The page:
Adobe Digital Editions and Privacy Concerns
We learned earlier this week that Adobe Digital Editions 4, the software used to download many of the Library’s e-books, has been reported to be logging data on books used with this application. Reports indicate that this information is being uploaded in plain-text to Adobe servers without encryption, meaning that the data is potentially open to interception. Note that this privacy breach seems to be limited to Digital Editions 4, the most recent version of the software. Ars Technica has independently confirmed many details of the logging and a number of other sources have reported on it as well. As far as can be detected, Digital Editions v.2 and 3 are unaffected, and testing by Scholars Portal here in Ontario suggests that PDF-formatted downloads are similarly not affected.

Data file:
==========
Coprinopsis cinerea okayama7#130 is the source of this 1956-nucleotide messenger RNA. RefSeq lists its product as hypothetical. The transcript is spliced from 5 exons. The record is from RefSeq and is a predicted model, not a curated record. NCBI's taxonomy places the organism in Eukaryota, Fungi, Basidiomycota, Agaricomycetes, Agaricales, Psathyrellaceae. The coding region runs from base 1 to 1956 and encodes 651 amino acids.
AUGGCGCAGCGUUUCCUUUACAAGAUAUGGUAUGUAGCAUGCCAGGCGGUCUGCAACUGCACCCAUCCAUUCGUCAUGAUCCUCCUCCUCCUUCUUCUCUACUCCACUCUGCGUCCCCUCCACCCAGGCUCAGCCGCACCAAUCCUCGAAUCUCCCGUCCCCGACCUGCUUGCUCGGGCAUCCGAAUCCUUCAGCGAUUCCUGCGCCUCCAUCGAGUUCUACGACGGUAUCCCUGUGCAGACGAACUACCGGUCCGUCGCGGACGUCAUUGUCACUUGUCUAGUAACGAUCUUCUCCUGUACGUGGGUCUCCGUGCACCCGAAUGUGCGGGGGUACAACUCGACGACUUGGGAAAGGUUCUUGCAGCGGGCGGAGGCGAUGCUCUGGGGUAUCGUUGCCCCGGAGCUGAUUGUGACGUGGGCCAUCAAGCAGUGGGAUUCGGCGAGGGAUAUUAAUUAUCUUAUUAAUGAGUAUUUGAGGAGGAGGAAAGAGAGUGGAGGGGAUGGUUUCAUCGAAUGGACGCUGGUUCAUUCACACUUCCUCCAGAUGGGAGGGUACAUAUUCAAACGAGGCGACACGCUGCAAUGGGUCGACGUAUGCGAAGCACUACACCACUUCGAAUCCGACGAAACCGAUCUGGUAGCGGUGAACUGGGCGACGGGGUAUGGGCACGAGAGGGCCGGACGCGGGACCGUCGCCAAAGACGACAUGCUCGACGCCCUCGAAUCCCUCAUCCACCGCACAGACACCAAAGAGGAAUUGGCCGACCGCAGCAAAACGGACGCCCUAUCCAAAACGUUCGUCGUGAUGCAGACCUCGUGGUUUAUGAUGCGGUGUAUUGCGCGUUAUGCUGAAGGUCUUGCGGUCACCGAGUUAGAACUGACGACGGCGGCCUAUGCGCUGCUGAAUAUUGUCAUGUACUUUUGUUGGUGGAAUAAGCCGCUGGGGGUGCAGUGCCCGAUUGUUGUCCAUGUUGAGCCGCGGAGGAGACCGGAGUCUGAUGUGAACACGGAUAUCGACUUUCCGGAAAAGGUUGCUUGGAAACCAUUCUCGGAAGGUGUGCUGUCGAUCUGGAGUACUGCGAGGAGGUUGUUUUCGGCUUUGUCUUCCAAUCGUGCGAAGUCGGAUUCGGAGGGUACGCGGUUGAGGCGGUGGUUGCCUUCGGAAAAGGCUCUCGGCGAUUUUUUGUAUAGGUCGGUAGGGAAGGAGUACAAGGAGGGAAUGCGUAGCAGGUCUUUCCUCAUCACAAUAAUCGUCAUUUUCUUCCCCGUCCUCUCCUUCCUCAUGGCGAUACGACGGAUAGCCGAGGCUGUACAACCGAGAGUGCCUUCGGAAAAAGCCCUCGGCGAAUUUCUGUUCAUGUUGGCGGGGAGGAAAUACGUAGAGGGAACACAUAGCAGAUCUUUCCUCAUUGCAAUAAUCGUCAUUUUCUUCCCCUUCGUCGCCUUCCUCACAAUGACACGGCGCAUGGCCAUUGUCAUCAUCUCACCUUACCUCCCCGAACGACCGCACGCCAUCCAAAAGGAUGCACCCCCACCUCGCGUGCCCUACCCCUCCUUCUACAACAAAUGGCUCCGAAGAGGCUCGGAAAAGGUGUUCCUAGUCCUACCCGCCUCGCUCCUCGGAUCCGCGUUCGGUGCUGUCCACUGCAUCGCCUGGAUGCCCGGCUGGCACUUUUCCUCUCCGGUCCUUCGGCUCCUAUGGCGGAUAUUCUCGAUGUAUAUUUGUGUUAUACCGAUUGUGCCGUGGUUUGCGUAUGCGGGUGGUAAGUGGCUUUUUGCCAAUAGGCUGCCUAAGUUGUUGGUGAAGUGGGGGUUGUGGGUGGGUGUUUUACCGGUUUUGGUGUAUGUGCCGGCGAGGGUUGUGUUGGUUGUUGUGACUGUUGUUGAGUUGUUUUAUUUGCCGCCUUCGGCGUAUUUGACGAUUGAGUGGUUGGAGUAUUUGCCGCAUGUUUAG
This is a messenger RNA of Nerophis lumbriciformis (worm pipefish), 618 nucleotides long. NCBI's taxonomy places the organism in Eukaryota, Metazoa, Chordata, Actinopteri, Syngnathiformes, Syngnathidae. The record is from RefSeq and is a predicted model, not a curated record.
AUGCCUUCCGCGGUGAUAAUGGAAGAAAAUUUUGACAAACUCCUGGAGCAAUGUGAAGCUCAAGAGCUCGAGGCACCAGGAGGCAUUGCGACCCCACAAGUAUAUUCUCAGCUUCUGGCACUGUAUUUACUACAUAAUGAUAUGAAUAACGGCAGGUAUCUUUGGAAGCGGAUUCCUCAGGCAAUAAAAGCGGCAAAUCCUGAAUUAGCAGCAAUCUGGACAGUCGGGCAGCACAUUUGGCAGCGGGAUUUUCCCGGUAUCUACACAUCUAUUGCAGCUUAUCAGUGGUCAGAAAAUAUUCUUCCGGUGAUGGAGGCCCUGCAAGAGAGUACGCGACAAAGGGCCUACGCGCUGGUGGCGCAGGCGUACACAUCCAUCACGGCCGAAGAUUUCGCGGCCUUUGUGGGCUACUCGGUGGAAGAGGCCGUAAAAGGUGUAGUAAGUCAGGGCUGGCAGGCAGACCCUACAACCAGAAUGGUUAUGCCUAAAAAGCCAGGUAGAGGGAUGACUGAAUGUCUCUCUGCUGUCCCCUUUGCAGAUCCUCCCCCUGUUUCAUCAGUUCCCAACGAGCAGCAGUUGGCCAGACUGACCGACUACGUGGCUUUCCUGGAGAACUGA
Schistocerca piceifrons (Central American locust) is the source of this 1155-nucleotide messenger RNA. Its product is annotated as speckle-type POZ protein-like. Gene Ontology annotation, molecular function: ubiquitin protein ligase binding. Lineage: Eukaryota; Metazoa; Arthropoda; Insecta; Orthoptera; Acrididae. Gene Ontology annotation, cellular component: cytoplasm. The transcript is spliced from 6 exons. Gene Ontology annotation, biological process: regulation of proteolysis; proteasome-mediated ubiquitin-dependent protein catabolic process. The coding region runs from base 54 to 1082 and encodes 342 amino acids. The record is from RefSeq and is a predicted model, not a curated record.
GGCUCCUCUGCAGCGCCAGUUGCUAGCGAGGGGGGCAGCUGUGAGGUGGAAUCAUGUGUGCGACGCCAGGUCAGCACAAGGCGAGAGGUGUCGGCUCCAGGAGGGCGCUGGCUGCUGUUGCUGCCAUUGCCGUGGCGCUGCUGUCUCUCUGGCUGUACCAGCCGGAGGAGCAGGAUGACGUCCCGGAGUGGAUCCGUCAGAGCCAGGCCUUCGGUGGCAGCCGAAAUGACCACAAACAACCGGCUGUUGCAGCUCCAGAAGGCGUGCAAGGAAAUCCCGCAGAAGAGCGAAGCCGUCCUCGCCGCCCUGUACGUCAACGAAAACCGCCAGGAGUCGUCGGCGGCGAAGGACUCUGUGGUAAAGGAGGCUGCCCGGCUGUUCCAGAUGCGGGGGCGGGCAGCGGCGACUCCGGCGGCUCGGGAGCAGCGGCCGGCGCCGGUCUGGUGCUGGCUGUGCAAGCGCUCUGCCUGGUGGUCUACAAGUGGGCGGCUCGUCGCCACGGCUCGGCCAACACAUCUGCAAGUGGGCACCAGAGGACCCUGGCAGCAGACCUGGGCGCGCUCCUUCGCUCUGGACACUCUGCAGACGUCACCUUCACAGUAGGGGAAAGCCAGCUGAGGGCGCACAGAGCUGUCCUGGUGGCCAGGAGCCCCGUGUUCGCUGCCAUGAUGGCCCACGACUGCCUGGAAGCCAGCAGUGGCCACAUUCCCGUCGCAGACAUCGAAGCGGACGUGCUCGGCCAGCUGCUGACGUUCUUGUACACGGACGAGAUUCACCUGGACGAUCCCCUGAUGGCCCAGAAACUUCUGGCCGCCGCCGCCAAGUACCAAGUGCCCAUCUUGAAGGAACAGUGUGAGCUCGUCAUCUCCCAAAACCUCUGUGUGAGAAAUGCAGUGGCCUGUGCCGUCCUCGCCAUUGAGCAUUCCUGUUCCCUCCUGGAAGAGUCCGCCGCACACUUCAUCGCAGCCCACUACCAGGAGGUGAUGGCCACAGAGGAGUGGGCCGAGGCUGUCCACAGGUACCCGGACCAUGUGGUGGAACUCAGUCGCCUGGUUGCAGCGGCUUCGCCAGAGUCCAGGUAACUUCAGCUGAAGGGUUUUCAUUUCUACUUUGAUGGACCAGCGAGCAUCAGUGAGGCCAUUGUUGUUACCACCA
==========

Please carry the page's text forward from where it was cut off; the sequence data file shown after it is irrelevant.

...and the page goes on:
McMaster University Library provides access to more than 500,000 e-books on a range of platforms. Most of these can be read online without the need to download to a personal device or use Adobe Digital Editions. In cases where full-book downloading is permitted--at McMaster this is chiefly those titles available through the EBL platform--digital rights management (DRM) requirements drive the use of Adobe Digital Editions. This is a condition of purchase that has been unavoidable for all libraries providing e-book content on this platform.
If you are concerned about this possible violation of privacy, we recommend that you uninstall Adobe Digital Editions 4 and view the book online instead of downloading it. For the few titles where this is not possible, check for a print copy in the Library Catalogue. Additionally, if you prefer, you can at no charge install an earlier, unaffected version of Adobe Digital Editions for use when downloading e-books to your personal device. We will continue to monitor this situation and keep you updated on developments.